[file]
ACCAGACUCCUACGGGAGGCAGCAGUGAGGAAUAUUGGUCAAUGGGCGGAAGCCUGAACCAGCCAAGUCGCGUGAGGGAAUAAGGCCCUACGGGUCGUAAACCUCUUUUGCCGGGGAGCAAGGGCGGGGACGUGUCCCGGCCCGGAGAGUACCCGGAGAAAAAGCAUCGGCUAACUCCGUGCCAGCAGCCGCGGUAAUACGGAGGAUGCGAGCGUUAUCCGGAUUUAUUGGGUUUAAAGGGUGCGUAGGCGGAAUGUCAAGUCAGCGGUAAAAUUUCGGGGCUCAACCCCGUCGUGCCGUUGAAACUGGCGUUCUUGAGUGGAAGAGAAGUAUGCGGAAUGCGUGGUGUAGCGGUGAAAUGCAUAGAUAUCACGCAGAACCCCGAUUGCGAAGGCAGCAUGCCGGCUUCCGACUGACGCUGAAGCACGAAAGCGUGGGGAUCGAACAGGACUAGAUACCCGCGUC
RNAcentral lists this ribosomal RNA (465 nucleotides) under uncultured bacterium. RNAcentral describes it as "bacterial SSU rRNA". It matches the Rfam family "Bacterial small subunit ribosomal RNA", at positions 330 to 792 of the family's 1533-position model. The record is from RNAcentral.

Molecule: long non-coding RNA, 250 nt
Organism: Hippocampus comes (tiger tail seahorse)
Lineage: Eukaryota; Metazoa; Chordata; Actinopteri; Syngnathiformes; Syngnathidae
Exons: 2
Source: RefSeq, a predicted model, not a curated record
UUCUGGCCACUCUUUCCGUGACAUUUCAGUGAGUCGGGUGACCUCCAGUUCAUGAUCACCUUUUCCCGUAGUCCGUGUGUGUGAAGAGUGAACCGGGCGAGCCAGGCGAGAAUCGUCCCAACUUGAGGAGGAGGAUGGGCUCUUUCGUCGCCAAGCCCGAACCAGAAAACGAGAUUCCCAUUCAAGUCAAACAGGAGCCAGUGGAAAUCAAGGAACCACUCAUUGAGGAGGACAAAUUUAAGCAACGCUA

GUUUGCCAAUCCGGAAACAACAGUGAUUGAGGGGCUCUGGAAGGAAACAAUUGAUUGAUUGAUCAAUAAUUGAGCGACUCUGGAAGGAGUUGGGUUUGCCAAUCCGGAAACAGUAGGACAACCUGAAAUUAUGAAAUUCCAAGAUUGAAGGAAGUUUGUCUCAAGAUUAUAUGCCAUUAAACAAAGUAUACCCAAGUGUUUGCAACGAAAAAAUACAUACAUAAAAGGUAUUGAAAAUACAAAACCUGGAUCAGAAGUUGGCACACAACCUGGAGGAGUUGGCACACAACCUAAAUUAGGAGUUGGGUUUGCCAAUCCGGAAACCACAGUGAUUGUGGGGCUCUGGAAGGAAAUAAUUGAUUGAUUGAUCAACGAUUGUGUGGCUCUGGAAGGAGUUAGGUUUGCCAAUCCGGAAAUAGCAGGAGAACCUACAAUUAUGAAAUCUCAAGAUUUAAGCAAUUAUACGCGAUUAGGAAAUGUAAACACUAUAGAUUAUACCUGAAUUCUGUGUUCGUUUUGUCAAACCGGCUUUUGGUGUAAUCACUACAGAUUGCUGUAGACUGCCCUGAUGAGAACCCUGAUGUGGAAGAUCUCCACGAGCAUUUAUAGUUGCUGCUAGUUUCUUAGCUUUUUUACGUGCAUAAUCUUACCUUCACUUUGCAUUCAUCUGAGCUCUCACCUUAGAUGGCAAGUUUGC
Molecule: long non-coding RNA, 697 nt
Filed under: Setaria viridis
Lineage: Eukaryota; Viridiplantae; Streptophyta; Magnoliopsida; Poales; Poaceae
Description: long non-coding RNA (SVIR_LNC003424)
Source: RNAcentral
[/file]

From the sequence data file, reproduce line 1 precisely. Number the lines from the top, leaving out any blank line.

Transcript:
ACCAGACUCCUACGGGAGGCAGCAGUGAGGAAUAUUGGUCAAUGGGCGGAAGCCUGAACCAGCCAAGUCGCGUGAGGGAAUAAGGCCCUACGGGUCGUAAACCUCUUUUGCCGGGGAGCAAGGGCGGGGACGUGUCCCGGCCCGGAGAGUACCCGGAGAAAAAGCAUCGGCUAACUCCGUGCCAGCAGCCGCGGUAAUACGGAGGAUGCGAGCGUUAUCCGGAUUUAUUGGGUUUAAAGGGUGCGUAGGCGGAAUGUCAAGUCAGCGGUAAAAUUUCGGGGCUCAACCCCGUCGUGCCGUUGAAACUGGCGUUCUUGAGUGGAAGAGAAGUAUGCGGAAUGCGUGGUGUAGCGGUGAAAUGCAUAGAUAUCACGCAGAACCCCGAUUGCGAAGGCAGCAUGCCGGCUUCCGACUGACGCUGAAGCACGAAAGCGUGGGGAUCGAACAGGACUAGAUACCCGCGUC